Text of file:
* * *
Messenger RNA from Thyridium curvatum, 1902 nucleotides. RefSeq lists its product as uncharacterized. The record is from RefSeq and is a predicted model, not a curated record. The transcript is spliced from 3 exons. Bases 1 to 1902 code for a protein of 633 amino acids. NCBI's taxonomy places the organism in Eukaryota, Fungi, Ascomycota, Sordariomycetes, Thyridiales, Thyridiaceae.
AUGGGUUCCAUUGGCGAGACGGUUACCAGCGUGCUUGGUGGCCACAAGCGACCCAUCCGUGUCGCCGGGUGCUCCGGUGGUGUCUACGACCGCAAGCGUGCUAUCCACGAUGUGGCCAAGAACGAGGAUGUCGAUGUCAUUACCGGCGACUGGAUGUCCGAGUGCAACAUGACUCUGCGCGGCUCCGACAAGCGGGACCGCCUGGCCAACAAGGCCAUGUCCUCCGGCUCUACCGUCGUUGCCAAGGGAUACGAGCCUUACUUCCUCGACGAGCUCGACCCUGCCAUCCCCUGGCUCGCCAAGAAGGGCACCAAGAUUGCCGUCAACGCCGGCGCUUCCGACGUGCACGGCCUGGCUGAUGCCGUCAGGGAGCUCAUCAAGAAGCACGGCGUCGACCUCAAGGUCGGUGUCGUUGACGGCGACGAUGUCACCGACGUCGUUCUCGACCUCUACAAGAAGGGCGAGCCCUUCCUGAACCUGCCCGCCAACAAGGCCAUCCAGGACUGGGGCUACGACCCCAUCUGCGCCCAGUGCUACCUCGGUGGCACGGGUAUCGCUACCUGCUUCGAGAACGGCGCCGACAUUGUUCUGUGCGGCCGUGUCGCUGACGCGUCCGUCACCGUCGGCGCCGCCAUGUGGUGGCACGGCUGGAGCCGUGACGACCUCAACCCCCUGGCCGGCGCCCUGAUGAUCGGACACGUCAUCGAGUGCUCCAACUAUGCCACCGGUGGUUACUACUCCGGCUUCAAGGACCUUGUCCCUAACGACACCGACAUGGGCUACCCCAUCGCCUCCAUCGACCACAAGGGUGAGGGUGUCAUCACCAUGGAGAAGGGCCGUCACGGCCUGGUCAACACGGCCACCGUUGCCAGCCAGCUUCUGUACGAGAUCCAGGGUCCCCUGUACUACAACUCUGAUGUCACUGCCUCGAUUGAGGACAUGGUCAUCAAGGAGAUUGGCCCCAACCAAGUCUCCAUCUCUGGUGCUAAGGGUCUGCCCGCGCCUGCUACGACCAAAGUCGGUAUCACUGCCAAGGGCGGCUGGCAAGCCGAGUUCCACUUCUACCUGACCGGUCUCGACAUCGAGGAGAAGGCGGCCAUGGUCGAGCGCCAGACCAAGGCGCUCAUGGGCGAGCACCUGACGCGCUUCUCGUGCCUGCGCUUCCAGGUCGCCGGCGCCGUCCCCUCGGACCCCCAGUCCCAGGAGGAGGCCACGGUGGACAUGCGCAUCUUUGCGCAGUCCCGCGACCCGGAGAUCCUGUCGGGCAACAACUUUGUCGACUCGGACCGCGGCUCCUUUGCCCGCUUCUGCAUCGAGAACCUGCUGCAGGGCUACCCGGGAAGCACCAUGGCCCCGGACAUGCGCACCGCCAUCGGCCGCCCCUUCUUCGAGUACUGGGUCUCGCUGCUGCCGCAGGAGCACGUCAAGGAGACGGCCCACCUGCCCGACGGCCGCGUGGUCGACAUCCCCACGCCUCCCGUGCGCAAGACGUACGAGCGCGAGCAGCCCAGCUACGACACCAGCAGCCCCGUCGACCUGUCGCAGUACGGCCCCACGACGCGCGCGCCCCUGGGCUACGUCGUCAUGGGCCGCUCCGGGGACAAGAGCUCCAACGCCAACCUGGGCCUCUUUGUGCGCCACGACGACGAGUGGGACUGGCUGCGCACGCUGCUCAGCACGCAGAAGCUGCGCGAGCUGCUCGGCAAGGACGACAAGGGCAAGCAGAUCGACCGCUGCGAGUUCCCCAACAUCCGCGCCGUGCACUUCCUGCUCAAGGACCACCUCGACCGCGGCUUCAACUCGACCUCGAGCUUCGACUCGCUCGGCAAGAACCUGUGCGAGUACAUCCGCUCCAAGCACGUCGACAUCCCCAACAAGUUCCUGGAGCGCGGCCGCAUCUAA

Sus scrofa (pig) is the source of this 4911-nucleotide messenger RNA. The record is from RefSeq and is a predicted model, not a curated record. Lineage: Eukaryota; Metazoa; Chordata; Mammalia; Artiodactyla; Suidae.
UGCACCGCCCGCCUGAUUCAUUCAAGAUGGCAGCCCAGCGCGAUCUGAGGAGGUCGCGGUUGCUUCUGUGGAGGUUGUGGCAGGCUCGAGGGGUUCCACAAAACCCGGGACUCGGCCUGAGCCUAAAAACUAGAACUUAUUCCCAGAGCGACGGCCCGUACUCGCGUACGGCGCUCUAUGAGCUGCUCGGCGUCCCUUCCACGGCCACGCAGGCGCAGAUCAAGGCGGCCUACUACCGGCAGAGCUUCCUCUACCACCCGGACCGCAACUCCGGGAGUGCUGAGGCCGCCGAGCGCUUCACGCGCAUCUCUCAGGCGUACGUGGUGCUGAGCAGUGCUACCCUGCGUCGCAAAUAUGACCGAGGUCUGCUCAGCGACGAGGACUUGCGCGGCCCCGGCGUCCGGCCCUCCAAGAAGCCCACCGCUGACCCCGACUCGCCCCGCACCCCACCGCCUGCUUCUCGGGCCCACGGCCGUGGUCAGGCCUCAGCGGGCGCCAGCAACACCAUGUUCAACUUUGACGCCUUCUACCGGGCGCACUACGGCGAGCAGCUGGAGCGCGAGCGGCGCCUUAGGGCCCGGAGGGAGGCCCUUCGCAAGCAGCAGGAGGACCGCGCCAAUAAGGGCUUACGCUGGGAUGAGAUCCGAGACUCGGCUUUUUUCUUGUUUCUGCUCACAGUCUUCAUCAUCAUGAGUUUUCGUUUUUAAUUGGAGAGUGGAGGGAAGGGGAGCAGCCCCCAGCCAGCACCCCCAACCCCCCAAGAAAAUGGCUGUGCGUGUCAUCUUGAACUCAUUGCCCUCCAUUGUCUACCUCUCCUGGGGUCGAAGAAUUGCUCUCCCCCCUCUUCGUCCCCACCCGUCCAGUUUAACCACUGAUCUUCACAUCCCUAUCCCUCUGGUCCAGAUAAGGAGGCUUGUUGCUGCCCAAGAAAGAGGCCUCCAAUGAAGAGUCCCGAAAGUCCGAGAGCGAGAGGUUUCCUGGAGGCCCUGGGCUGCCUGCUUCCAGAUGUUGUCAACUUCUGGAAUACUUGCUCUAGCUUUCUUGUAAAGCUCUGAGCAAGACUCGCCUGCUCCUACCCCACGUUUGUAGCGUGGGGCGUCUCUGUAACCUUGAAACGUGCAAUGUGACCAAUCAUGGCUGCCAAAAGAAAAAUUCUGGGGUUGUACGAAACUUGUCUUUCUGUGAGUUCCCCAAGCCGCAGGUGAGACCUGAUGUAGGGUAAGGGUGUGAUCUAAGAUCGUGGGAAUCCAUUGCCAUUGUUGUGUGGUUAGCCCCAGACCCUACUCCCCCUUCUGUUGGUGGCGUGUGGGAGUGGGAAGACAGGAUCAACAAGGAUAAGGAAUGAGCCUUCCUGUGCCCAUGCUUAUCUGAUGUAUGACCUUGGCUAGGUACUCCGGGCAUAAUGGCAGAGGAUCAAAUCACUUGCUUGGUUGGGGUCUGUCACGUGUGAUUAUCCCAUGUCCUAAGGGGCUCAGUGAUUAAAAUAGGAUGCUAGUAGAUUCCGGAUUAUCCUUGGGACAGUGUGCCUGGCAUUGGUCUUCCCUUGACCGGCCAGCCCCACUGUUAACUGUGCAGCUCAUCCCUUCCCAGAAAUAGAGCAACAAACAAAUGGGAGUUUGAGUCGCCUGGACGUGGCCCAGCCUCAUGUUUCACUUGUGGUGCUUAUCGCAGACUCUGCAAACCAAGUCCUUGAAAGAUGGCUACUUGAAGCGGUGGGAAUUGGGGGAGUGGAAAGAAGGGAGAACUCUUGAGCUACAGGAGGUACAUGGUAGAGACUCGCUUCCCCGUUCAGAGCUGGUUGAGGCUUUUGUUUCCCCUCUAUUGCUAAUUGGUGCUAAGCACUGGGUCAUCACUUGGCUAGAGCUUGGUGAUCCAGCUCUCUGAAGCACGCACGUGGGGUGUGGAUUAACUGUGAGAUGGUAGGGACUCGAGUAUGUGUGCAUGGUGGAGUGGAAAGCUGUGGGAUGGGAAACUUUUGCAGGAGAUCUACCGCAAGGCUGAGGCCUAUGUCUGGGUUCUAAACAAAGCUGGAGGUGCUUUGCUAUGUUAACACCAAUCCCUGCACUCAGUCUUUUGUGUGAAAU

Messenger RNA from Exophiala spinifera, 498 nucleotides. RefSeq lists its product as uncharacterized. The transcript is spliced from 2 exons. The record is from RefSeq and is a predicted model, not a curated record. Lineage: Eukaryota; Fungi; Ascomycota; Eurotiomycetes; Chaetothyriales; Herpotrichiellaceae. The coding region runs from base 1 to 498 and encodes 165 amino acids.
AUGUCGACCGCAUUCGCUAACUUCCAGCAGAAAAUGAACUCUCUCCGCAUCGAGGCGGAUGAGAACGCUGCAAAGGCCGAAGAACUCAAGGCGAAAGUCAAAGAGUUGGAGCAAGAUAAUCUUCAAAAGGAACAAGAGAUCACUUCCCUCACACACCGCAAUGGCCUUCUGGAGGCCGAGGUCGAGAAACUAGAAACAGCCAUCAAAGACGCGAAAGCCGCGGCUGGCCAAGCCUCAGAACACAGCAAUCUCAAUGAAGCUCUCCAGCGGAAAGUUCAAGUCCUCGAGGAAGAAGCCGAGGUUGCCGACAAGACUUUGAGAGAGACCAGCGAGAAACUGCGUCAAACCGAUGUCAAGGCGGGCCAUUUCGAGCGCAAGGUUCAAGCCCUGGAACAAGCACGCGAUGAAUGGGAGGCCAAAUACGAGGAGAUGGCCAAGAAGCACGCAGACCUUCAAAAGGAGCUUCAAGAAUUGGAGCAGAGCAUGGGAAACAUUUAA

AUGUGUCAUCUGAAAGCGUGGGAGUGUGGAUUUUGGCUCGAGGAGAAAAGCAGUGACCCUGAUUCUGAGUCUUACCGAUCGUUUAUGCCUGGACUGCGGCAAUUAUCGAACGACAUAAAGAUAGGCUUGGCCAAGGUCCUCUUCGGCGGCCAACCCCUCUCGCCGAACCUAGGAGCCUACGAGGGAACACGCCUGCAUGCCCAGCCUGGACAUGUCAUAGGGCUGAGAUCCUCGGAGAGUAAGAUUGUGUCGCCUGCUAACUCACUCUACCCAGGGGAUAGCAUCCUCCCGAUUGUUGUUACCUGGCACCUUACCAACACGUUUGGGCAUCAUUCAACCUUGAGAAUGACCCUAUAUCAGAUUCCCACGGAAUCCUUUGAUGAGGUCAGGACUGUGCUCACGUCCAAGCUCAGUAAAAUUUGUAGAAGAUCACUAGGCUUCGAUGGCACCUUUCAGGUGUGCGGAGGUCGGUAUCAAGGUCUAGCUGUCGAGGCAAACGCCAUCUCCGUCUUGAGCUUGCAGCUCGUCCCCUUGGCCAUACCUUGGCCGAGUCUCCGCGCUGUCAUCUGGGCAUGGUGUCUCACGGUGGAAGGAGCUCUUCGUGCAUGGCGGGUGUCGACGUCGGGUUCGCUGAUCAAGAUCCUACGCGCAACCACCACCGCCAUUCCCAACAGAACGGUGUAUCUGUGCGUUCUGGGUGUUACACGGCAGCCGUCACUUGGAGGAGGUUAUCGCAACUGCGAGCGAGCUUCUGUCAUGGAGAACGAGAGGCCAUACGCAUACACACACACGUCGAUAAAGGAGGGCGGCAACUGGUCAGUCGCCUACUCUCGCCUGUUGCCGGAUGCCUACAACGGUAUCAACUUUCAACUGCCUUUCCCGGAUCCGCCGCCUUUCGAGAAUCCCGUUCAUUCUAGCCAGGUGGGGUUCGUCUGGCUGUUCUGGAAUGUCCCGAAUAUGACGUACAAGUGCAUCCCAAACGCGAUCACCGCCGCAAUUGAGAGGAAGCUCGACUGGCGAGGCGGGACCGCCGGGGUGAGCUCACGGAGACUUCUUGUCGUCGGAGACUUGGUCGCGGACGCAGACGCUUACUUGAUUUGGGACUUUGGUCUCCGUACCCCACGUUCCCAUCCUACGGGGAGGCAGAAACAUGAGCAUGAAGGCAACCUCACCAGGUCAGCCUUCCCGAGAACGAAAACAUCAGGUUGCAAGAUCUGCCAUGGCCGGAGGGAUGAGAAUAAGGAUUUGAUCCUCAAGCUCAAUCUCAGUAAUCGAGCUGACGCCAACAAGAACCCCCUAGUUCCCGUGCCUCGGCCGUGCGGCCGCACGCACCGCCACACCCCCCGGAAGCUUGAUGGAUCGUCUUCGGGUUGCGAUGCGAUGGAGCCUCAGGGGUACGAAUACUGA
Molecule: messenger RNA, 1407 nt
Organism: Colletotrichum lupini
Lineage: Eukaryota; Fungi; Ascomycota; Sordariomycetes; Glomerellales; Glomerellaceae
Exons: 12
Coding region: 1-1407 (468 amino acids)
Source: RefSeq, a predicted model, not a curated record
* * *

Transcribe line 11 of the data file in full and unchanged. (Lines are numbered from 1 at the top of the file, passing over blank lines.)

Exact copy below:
Exons: 12